Yemenite pronunciation is not uniform, and Morag has distinguished five sub-dialects, of which the best known is probably Sana'ani, originally spoken by Jews in and around Sana'a. Roughly, the points of difference are as follows:

  • In some dialects, ḥōlem (long "o" in modern Hebrew) is pronounced /øː/ (anywhere from non-rhotic English "er" to German o-umlaut), while in others it is pronounced /eː/ like ṣêrệ. (This last pronunciation is shared with Lithuanian Jews.)
  • In some dialects, gímel with dāḡēš is pronounced like English "j" /dʒ/, and qôp̄ is pronounced /ɡ/. In others, gímel with dāḡēš is /ɡ/, and qôp̄ is Classical Arabic uvular ق /q/. (This reflects the difference between the Sana'ani and Adeni dialects of Yemeni Arabic.)
  • Some dialects (e.g. Sharab) do not differentiate between bêṯ with dāḡēš and without. This is in accordance with most of Mizrahi Hebrew.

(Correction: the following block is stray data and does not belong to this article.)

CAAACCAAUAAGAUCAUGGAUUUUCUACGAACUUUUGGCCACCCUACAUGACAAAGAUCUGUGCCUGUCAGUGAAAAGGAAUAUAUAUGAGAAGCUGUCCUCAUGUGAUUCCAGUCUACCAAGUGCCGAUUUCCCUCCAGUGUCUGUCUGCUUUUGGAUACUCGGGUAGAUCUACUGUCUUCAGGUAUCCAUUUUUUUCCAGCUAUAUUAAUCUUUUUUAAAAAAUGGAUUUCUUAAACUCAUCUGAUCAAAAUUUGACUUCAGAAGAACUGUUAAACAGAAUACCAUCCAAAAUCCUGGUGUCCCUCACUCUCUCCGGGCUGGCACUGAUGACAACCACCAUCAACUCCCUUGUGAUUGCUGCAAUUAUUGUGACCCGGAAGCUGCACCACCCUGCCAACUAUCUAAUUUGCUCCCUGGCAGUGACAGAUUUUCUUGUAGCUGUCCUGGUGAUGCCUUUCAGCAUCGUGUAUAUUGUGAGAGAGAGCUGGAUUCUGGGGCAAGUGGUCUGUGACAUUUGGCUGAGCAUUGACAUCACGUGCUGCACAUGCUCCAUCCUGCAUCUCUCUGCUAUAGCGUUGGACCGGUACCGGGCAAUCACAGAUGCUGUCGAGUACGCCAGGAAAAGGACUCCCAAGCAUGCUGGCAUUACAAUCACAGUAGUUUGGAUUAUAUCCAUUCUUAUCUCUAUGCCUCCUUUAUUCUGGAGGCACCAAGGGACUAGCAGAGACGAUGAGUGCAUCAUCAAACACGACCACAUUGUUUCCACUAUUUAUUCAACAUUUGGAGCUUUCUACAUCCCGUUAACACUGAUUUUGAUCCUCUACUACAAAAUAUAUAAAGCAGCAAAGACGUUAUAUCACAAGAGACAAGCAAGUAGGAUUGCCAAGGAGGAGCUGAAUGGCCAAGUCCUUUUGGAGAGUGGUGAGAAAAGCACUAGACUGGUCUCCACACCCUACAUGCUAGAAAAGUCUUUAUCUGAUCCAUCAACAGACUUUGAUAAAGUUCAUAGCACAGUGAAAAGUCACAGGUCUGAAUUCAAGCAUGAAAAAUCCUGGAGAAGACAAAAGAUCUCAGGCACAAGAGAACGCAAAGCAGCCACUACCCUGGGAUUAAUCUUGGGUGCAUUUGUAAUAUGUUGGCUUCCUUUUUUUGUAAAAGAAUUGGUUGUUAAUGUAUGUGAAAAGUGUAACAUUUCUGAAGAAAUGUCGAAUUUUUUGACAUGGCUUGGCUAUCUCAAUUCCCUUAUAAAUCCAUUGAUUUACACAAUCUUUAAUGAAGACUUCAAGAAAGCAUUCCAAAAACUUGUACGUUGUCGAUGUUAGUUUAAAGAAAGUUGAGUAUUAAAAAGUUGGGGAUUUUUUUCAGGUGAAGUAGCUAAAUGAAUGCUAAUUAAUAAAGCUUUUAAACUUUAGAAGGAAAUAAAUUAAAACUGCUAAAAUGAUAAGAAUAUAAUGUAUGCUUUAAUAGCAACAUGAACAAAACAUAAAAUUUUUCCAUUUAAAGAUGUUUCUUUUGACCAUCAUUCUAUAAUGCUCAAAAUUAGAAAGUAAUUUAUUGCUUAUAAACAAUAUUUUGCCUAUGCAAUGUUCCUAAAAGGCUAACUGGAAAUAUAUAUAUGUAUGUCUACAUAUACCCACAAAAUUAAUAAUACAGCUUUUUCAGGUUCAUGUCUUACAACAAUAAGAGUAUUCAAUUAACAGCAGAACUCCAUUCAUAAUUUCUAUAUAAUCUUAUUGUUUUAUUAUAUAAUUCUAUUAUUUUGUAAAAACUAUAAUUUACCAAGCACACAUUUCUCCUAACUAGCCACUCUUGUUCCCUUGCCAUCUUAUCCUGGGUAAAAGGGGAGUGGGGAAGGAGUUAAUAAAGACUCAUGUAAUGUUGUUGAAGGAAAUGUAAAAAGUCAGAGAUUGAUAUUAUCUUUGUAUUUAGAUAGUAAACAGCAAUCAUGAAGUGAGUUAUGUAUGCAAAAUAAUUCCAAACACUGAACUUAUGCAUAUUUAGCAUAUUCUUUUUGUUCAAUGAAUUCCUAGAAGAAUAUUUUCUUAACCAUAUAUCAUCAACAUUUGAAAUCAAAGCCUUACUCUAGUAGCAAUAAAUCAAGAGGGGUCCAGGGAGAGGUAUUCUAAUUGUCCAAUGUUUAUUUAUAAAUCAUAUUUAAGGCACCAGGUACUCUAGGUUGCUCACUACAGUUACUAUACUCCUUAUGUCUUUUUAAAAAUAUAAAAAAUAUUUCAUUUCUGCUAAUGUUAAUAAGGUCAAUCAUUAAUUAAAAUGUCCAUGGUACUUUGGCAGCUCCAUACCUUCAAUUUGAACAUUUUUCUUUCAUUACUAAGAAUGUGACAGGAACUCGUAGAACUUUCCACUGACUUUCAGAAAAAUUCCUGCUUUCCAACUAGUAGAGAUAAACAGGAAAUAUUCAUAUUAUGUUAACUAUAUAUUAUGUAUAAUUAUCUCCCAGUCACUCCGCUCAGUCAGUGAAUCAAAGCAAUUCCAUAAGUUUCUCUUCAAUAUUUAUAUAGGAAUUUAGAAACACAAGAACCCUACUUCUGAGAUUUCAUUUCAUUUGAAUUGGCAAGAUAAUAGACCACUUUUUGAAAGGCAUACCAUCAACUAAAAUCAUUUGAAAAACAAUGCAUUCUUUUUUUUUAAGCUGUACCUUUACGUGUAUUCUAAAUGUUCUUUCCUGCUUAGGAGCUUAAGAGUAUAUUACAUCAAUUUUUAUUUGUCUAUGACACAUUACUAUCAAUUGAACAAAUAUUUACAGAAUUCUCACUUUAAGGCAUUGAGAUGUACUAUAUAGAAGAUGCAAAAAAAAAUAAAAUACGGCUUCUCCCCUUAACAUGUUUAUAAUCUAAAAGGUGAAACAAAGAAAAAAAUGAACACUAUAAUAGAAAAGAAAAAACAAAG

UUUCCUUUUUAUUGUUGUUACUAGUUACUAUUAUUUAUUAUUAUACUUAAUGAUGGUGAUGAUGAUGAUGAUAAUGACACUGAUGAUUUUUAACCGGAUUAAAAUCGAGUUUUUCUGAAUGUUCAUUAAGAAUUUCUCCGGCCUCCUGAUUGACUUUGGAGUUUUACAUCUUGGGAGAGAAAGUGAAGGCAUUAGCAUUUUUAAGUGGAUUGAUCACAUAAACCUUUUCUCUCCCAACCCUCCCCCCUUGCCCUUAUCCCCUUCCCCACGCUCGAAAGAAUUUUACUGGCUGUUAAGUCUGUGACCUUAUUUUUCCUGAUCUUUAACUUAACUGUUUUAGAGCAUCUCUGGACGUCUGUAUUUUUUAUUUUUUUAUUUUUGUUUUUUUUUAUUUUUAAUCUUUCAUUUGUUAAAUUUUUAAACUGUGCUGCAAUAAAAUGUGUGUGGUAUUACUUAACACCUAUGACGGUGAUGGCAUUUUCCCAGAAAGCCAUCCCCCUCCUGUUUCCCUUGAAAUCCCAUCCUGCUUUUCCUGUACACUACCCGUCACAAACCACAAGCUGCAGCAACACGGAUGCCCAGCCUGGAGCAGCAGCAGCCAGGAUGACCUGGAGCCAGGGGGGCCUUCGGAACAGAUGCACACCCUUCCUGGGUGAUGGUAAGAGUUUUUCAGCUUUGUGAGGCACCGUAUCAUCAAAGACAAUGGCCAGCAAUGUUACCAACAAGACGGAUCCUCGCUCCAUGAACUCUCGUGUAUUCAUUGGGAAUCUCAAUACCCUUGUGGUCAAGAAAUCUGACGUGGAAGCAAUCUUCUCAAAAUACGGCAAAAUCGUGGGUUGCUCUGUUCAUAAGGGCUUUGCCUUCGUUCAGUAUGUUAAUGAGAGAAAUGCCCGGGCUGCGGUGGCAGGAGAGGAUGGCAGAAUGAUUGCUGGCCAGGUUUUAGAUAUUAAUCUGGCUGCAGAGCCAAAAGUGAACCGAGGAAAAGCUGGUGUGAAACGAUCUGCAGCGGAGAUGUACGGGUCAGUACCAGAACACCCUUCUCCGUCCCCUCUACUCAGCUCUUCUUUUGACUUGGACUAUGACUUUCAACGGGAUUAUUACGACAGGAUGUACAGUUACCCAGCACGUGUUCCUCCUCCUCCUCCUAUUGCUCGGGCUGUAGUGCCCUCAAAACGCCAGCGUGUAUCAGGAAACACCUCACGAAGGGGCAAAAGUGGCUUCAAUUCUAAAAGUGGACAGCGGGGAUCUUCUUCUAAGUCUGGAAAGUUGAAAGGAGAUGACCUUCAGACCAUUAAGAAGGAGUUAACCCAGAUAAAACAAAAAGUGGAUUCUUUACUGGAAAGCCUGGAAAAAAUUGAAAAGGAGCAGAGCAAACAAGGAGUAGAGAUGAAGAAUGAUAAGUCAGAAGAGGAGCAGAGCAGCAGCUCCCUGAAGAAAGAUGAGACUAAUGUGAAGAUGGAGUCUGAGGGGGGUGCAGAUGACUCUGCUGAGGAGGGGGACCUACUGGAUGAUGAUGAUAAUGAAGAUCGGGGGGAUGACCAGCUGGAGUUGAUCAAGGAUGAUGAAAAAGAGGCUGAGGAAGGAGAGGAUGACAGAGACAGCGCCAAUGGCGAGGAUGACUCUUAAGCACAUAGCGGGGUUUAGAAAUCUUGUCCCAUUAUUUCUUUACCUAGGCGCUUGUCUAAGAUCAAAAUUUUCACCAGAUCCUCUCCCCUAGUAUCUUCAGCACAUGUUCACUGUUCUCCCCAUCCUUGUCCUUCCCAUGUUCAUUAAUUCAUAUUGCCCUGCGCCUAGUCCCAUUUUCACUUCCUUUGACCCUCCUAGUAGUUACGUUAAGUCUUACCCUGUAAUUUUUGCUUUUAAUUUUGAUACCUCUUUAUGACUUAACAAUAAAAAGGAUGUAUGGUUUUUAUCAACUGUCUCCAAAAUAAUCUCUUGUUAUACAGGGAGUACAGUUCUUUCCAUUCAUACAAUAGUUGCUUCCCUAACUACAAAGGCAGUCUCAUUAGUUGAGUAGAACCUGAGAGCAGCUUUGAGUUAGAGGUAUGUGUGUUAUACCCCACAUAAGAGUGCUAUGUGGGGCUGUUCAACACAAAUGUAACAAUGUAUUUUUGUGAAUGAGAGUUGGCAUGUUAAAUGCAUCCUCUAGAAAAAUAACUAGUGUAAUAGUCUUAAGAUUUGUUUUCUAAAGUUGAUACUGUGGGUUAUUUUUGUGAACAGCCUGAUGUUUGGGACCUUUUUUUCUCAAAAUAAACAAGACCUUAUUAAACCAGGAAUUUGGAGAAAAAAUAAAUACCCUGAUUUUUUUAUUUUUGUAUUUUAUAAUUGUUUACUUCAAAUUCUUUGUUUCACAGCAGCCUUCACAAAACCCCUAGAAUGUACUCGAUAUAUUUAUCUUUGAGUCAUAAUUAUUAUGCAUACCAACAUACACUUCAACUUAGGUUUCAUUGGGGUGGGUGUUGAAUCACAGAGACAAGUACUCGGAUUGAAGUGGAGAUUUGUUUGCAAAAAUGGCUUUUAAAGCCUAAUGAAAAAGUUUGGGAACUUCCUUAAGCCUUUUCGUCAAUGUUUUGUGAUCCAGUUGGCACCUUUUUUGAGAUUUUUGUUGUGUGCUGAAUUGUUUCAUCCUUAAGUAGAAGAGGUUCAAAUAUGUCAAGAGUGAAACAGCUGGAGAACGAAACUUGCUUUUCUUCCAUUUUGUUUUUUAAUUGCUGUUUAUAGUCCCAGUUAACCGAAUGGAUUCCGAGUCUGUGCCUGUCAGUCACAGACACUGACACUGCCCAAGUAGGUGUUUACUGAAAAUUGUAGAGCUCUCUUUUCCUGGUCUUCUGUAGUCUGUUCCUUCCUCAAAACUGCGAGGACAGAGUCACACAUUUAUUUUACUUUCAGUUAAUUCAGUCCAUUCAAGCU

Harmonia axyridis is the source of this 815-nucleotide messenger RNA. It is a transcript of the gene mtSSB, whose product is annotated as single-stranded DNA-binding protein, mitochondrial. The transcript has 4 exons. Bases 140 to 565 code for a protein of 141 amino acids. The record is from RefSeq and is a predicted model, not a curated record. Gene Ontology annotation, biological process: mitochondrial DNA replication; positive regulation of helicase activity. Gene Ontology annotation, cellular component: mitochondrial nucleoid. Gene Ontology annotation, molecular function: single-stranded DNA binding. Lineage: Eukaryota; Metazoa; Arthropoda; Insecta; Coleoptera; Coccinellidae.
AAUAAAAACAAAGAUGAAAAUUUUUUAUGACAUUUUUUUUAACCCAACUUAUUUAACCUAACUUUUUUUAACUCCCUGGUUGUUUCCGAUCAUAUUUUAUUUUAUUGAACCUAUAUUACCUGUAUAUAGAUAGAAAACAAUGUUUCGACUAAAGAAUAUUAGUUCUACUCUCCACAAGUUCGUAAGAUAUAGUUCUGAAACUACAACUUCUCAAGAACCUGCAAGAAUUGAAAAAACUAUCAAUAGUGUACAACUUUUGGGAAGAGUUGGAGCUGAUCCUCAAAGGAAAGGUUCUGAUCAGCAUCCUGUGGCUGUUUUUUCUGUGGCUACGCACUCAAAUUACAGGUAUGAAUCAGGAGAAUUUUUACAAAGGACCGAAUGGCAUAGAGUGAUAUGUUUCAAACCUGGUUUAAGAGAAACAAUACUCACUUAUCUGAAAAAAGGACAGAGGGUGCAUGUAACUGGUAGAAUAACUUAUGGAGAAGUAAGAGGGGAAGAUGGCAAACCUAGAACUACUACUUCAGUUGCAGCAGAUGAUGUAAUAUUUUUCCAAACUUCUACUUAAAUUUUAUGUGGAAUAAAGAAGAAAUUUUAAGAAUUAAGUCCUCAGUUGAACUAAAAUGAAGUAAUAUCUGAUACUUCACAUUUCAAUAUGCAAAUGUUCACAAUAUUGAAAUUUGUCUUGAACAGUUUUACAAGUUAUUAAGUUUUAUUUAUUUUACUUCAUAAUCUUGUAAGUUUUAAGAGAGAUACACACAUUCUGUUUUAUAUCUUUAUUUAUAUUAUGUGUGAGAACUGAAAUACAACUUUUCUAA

• Sana'ani Hebrew primarily places stress on the penultimate syllable, as in Ashkenazi Hebrew.

History[edit]

Yemenite Hebrew may have been derived from, or influenced by, the Hebrew of the Geonic era Babylonian Jews: the oldest Yemenite manuscripts use the Babylonian rather than the Tiberian system of vowel symbols. In certain respects, such as the assimilation of paṯaḥ and səġūl, the current Yemenite pronunciation fits the Babylonian notation better than the Tiberian. It does not follow, as claimed by some scholars, that the pronunciation of the two communities was identical, any more than the pronunciation of Sephardim and Ashkenazim is the same because both use the Tiberian symbols. In fact there are certain characteristic scribal errors, such as the confusion of ḥōlam with ṣêrệ, found only or mainly in the Yemenite manuscripts[citation needed], indicating that the assimilation of these two vowels was always a Yemenite peculiarity, or else a local variant within the wider Babylonian family, which the Yemenites happened to follow. It should be noted that these sounds are only identical in a minority of Yemenite Jews (e.g. the Sharabi Yemenite Jews), as opposed to that of the Sana'ani pronunciation which most Yemenite Jews use.